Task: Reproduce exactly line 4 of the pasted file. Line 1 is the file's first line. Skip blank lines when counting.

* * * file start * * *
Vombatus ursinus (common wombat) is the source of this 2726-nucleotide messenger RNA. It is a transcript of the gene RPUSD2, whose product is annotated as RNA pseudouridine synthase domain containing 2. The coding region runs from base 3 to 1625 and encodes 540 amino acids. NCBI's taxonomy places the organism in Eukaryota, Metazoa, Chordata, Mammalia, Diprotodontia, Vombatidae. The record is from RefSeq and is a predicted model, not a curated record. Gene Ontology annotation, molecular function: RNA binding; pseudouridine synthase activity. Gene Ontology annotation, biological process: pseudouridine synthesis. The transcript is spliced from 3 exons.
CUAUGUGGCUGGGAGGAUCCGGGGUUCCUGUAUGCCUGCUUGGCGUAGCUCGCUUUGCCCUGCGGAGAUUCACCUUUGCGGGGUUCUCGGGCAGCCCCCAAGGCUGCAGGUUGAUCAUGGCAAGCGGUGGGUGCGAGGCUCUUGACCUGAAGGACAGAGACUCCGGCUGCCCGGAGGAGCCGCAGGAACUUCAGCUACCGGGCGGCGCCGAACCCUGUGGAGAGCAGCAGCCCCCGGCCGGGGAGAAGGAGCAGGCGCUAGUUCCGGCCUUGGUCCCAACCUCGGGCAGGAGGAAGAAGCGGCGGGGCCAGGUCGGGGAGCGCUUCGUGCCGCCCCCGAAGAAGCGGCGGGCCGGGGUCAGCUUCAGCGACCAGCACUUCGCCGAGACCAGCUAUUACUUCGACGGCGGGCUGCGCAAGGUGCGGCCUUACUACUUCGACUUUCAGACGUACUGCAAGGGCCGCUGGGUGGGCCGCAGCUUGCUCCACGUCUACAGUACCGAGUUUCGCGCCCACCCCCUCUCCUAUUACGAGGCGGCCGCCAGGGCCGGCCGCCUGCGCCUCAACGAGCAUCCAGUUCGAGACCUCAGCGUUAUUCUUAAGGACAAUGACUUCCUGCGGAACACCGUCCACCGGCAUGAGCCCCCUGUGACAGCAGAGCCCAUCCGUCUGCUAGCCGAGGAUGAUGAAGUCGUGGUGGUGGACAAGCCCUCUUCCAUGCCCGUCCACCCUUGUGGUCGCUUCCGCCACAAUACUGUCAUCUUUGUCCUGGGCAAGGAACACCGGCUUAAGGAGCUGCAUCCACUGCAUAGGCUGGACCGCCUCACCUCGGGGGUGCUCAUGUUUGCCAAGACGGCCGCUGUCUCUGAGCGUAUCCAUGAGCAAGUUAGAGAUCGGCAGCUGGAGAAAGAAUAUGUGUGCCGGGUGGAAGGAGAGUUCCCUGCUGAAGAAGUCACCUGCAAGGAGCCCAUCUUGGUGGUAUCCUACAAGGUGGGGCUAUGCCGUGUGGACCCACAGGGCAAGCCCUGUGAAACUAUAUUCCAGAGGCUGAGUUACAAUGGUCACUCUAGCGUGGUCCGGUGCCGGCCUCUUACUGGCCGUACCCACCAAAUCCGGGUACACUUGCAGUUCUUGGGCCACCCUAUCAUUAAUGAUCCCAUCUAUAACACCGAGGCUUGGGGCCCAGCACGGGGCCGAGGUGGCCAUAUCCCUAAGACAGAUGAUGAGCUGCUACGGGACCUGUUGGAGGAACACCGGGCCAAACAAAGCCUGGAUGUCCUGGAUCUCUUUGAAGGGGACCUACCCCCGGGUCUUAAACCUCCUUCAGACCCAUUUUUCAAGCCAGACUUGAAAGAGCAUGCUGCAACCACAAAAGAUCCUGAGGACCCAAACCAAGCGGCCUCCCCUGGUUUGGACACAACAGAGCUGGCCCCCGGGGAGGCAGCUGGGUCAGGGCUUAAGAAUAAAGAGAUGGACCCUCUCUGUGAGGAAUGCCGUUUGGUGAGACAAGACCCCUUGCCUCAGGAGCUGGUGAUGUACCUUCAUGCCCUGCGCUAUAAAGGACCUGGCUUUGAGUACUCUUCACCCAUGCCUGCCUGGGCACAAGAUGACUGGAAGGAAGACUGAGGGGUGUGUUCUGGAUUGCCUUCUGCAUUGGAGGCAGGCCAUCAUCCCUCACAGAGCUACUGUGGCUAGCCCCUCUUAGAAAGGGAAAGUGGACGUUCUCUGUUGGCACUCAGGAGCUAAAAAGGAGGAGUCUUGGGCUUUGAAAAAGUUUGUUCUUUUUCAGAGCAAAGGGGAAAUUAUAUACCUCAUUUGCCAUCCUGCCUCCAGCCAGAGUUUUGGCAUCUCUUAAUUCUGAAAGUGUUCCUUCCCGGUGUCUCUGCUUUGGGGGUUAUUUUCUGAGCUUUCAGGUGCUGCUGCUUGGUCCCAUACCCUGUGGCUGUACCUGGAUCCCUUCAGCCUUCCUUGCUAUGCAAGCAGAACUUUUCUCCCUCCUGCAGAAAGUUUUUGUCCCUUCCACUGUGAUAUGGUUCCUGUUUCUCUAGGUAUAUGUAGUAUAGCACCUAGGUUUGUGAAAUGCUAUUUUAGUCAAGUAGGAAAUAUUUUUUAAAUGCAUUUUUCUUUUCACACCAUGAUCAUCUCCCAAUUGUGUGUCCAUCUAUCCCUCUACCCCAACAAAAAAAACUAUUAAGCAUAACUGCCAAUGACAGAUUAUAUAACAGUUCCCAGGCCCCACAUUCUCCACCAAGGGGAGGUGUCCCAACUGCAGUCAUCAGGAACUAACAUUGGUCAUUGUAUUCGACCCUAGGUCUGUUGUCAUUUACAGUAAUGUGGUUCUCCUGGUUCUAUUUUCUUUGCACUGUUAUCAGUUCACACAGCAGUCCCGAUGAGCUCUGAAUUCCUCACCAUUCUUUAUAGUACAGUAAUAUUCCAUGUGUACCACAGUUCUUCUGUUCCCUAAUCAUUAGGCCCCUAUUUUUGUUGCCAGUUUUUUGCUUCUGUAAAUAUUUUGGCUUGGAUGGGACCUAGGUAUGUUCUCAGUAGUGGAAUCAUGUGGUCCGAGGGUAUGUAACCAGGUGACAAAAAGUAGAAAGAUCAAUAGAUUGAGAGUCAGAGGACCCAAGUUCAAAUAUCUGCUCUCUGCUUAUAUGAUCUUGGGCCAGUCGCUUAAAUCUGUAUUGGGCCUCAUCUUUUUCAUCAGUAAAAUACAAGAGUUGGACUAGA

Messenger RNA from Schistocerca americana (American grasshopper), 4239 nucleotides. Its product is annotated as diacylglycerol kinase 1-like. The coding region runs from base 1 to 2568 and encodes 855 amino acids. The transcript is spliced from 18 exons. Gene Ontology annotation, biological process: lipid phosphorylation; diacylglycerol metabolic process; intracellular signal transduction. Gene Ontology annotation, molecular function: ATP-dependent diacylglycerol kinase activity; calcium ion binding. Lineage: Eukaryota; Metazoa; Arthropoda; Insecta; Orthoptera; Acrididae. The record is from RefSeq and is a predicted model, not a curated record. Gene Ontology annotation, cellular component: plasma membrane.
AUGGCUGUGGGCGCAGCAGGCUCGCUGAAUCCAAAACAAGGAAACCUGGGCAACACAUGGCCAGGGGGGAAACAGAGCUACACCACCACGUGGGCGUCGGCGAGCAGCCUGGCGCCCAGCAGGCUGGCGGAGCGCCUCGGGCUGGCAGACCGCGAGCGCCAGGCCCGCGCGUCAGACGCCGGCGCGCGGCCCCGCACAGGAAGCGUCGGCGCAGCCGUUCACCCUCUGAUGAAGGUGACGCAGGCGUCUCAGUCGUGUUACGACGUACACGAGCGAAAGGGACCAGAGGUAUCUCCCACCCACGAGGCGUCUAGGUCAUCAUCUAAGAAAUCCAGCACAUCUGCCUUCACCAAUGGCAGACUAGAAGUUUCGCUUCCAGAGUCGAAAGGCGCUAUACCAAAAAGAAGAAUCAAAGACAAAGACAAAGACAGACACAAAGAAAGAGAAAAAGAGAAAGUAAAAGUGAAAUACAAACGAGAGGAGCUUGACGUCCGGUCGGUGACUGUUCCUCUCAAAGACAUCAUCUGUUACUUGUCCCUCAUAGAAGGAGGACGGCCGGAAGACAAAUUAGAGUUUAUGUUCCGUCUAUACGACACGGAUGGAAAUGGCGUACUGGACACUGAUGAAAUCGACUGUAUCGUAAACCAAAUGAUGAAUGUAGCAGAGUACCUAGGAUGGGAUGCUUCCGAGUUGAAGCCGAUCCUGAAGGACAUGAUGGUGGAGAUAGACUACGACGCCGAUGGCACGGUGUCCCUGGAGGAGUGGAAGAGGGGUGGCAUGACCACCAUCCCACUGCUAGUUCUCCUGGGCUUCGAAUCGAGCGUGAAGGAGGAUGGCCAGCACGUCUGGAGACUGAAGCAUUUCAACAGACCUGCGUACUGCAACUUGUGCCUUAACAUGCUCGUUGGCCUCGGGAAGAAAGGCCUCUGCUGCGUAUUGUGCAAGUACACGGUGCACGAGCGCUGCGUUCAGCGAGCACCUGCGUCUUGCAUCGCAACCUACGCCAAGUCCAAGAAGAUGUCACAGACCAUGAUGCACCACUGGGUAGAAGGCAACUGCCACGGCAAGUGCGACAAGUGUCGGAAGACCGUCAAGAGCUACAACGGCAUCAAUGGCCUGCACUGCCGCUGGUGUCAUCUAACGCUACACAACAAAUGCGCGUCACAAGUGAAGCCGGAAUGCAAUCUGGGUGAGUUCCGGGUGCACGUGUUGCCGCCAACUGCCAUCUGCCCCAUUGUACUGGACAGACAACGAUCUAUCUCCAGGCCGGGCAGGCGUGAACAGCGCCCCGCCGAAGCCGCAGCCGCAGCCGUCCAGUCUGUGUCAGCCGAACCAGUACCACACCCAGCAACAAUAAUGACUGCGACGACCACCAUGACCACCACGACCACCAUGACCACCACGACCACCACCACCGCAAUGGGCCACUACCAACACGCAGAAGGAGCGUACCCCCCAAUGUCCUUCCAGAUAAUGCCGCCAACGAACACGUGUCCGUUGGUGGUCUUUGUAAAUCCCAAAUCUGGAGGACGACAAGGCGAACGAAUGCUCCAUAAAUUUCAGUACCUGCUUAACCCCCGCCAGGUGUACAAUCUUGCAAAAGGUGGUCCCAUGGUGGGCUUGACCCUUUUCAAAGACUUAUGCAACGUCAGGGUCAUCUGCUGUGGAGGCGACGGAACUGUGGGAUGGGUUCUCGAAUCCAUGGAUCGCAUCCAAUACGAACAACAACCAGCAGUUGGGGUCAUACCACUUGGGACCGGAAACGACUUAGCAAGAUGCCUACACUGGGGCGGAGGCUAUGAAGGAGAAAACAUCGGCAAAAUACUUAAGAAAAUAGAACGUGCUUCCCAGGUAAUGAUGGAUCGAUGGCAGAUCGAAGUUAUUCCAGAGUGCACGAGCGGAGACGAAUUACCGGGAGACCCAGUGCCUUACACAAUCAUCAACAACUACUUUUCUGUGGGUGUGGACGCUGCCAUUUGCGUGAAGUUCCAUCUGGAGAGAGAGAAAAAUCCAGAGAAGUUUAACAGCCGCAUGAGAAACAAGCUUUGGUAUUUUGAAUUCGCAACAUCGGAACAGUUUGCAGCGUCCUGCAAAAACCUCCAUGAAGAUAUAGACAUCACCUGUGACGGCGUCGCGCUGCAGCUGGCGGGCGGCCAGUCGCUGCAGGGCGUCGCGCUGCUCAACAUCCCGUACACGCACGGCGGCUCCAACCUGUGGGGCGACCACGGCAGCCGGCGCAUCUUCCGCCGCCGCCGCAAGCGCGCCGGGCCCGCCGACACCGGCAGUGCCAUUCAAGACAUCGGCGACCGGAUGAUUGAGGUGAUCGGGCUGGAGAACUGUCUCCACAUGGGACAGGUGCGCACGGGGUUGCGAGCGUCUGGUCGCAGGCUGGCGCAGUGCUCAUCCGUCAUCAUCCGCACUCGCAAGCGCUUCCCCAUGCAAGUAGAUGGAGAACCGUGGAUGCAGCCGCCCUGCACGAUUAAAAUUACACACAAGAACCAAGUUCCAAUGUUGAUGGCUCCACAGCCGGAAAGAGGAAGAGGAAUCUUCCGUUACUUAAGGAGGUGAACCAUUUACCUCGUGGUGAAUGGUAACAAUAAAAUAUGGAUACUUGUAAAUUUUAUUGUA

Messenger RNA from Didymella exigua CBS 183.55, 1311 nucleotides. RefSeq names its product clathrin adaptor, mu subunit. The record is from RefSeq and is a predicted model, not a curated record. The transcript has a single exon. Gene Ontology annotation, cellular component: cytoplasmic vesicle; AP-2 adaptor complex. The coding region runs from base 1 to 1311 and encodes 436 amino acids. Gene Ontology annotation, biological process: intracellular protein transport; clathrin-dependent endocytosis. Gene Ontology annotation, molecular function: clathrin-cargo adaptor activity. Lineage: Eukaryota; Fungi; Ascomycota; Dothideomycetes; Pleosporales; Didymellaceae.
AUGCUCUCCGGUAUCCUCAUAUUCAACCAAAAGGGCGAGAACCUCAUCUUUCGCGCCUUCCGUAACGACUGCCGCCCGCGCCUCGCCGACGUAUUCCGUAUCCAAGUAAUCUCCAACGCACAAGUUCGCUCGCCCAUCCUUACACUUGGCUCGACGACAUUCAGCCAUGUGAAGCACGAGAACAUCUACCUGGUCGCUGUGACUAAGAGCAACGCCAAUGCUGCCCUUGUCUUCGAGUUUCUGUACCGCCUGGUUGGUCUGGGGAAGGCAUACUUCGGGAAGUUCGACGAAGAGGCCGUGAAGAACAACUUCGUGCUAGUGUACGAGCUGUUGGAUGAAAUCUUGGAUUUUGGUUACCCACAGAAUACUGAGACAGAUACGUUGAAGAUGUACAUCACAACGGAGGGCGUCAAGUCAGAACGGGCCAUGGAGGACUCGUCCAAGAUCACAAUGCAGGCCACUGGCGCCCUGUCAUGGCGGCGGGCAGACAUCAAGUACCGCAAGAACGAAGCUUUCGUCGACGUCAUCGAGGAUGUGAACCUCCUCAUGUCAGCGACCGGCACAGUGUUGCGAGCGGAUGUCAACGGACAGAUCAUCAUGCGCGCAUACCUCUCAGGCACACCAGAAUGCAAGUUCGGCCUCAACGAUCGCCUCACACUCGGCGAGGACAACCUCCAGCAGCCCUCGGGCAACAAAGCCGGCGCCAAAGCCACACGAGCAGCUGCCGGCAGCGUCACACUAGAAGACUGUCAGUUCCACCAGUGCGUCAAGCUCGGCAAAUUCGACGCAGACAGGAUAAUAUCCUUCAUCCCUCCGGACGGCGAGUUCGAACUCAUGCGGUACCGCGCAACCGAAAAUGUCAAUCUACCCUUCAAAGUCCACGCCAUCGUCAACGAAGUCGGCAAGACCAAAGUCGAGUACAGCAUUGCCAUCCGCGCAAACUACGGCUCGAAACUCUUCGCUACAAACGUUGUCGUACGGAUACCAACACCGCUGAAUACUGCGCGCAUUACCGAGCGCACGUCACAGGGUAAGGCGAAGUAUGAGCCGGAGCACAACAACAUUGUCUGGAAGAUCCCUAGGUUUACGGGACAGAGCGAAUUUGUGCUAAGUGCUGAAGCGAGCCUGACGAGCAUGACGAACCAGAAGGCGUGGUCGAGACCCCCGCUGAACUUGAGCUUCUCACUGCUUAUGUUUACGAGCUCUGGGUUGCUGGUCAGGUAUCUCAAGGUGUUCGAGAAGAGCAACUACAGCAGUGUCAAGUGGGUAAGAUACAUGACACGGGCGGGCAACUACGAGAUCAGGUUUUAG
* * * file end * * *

AUGGCUGUGGGCGCAGCAGGCUCGCUGAAUCCAAAACAAGGAAACCUGGGCAACACAUGGCCAGGGGGGAAACAGAGCUACACCACCACGUGGGCGUCGGCGAGCAGCCUGGCGCCCAGCAGGCUGGCGGAGCGCCUCGGGCUGGCAGACCGCGAGCGCCAGGCCCGCGCGUCAGACGCCGGCGCGCGGCCCCGCACAGGAAGCGUCGGCGCAGCCGUUCACCCUCUGAUGAAGGUGACGCAGGCGUCUCAGUCGUGUUACGACGUACACGAGCGAAAGGGACCAGAGGUAUCUCCCACCCACGAGGCGUCUAGGUCAUCAUCUAAGAAAUCCAGCACAUCUGCCUUCACCAAUGGCAGACUAGAAGUUUCGCUUCCAGAGUCGAAAGGCGCUAUACCAAAAAGAAGAAUCAAAGACAAAGACAAAGACAGACACAAAGAAAGAGAAAAAGAGAAAGUAAAAGUGAAAUACAAACGAGAGGAGCUUGACGUCCGGUCGGUGACUGUUCCUCUCAAAGACAUCAUCUGUUACUUGUCCCUCAUAGAAGGAGGACGGCCGGAAGACAAAUUAGAGUUUAUGUUCCGUCUAUACGACACGGAUGGAAAUGGCGUACUGGACACUGAUGAAAUCGACUGUAUCGUAAACCAAAUGAUGAAUGUAGCAGAGUACCUAGGAUGGGAUGCUUCCGAGUUGAAGCCGAUCCUGAAGGACAUGAUGGUGGAGAUAGACUACGACGCCGAUGGCACGGUGUCCCUGGAGGAGUGGAAGAGGGGUGGCAUGACCACCAUCCCACUGCUAGUUCUCCUGGGCUUCGAAUCGAGCGUGAAGGAGGAUGGCCAGCACGUCUGGAGACUGAAGCAUUUCAACAGACCUGCGUACUGCAACUUGUGCCUUAACAUGCUCGUUGGCCUCGGGAAGAAAGGCCUCUGCUGCGUAUUGUGCAAGUACACGGUGCACGAGCGCUGCGUUCAGCGAGCACCUGCGUCUUGCAUCGCAACCUACGCCAAGUCCAAGAAGAUGUCACAGACCAUGAUGCACCACUGGGUAGAAGGCAACUGCCACGGCAAGUGCGACAAGUGUCGGAAGACCGUCAAGAGCUACAACGGCAUCAAUGGCCUGCACUGCCGCUGGUGUCAUCUAACGCUACACAACAAAUGCGCGUCACAAGUGAAGCCGGAAUGCAAUCUGGGUGAGUUCCGGGUGCACGUGUUGCCGCCAACUGCCAUCUGCCCCAUUGUACUGGACAGACAACGAUCUAUCUCCAGGCCGGGCAGGCGUGAACAGCGCCCCGCCGAAGCCGCAGCCGCAGCCGUCCAGUCUGUGUCAGCCGAACCAGUACCACACCCAGCAACAAUAAUGACUGCGACGACCACCAUGACCACCACGACCACCAUGACCACCACGACCACCACCACCGCAAUGGGCCACUACCAACACGCAGAAGGAGCGUACCCCCCAAUGUCCUUCCAGAUAAUGCCGCCAACGAACACGUGUCCGUUGGUGGUCUUUGUAAAUCCCAAAUCUGGAGGACGACAAGGCGAACGAAUGCUCCAUAAAUUUCAGUACCUGCUUAACCCCCGCCAGGUGUACAAUCUUGCAAAAGGUGGUCCCAUGGUGGGCUUGACCCUUUUCAAAGACUUAUGCAACGUCAGGGUCAUCUGCUGUGGAGGCGACGGAACUGUGGGAUGGGUUCUCGAAUCCAUGGAUCGCAUCCAAUACGAACAACAACCAGCAGUUGGGGUCAUACCACUUGGGACCGGAAACGACUUAGCAAGAUGCCUACACUGGGGCGGAGGCUAUGAAGGAGAAAACAUCGGCAAAAUACUUAAGAAAAUAGAACGUGCUUCCCAGGUAAUGAUGGAUCGAUGGCAGAUCGAAGUUAUUCCAGAGUGCACGAGCGGAGACGAAUUACCGGGAGACCCAGUGCCUUACACAAUCAUCAACAACUACUUUUCUGUGGGUGUGGACGCUGCCAUUUGCGUGAAGUUCCAUCUGGAGAGAGAGAAAAAUCCAGAGAAGUUUAACAGCCGCAUGAGAAACAAGCUUUGGUAUUUUGAAUUCGCAACAUCGGAACAGUUUGCAGCGUCCUGCAAAAACCUCCAUGAAGAUAUAGACAUCACCUGUGACGGCGUCGCGCUGCAGCUGGCGGGCGGCCAGUCGCUGCAGGGCGUCGCGCUGCUCAACAUCCCGUACACGCACGGCGGCUCCAACCUGUGGGGCGACCACGGCAGCCGGCGCAUCUUCCGCCGCCGCCGCAAGCGCGCCGGGCCCGCCGACACCGGCAGUGCCAUUCAAGACAUCGGCGACCGGAUGAUUGAGGUGAUCGGGCUGGAGAACUGUCUCCACAUGGGACAGGUGCGCACGGGGUUGCGAGCGUCUGGUCGCAGGCUGGCGCAGUGCUCAUCCGUCAUCAUCCGCACUCGCAAGCGCUUCCCCAUGCAAGUAGAUGGAGAACCGUGGAUGCAGCCGCCCUGCACGAUUAAAAUUACACACAAGAACCAAGUUCCAAUGUUGAUGGCUCCACAGCCGGAAAGAGGAAGAGGAAUCUUCCGUUACUUAAGGAGGUGAACCAUUUACCUCGUGGUGAAUGGUAACAAUAAAAUAUGGAUACUUGUAAAUUUUAUUGUA